How to Set Goals for Humans

I’ve recently started playing Detroit: Become Human, and it’s all about how androids are becoming more human-like and pose a risk to humanity. Which made me think, what does it mean to be human?

In most literature, it’s the ability to feel emotion, which results in flawed behaviour.

I’ve also started reading How to Be Human by NewScientist, which explains how a lot of our behaviour & functions were developed as a survival mechanism.

Those negative and anxious thoughts that crop up now and again? Well, those pessimistic thoughts would’ve saved your ancestors from a conspicuous looking rock. They clue you in on potential dangers.

So, why do we set goals as if we are perfect flawless beings who have full control over how we feel and what we do?

It’s ridiculous when you think about it. Especially with failure being a big part of reaching your goal – it’s what puts a lot of people off!

So, how do you set goals for humans? Here’s how:

1. Be realistic

I used to set big, ambitious goals that would get me excited. Which is a good tactic, except my timeline in reaching that goal was hugely unrealistic. And I felt like a failure because I was only 35% closer to my target rather than achieving it 100%.

So when setting your goal, make sure your deadline is relatively realistic.

It can be hard to know when you haven’t worked towards something before, but know that you can move your deadline at any stage.

 

2. Expect things to not go right

When I first started selling the 90-Day Goal Planner I had a few people message me saying that they were taking a break because they fell off track and would get back to their goal soon…

I realised I hadn’t set the right expectations. People expected to have 90 perfect days in a row. They expected to reach their goal within 90 days.

So when things weren’t going right – people felt like they couldn’t use their goal planner to record their progress…

But filling in the difficult challenges is a powerful step in reaching your goal!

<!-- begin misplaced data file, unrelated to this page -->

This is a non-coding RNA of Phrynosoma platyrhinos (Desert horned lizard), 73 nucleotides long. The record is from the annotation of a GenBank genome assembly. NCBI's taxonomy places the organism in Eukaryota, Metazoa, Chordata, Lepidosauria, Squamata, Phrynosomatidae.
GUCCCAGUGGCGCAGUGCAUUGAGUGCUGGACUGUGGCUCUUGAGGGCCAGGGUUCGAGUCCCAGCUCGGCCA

Because those challenges, hurdles, difficulties, whatever-you-wanna-call-thems, are a natural part of the process. They will crop up. Loads of times.

That’s why it’s important to make a plan for when they do. What you do next is what matters most, anyway.

 

3. Chip away at it daily

If your goal was to “get fit”, I’m not saying you should attend the gym every single day. What I am saying is “be active everyday”, and however that comes to be is A-O-K.

You might spend 30 mins cleaning the house, walking the dog, going for a quick bike ride, or it might be a brisk 10 minute walk down the drive and back a few times.

What you do doesn’t matter – it’s the daily effort that counts. Why?

Because daily habits have a compounding effect. 14 days of 10 minute daily walks are better than doing nothing. And because you’re doing it daily, you’re creating a new habit.

So before you know it, going for that daily walk becomes an automatic thing that just happens!

When you’re feeling like you can’t get anything right, remember the main differences between androids and humans… We’re driven by emotion and as a result, have many flaws.

It’s helpful to remind yourself of that when it seems like things aren’t perfect.

Because they’re not. And that’s ok.

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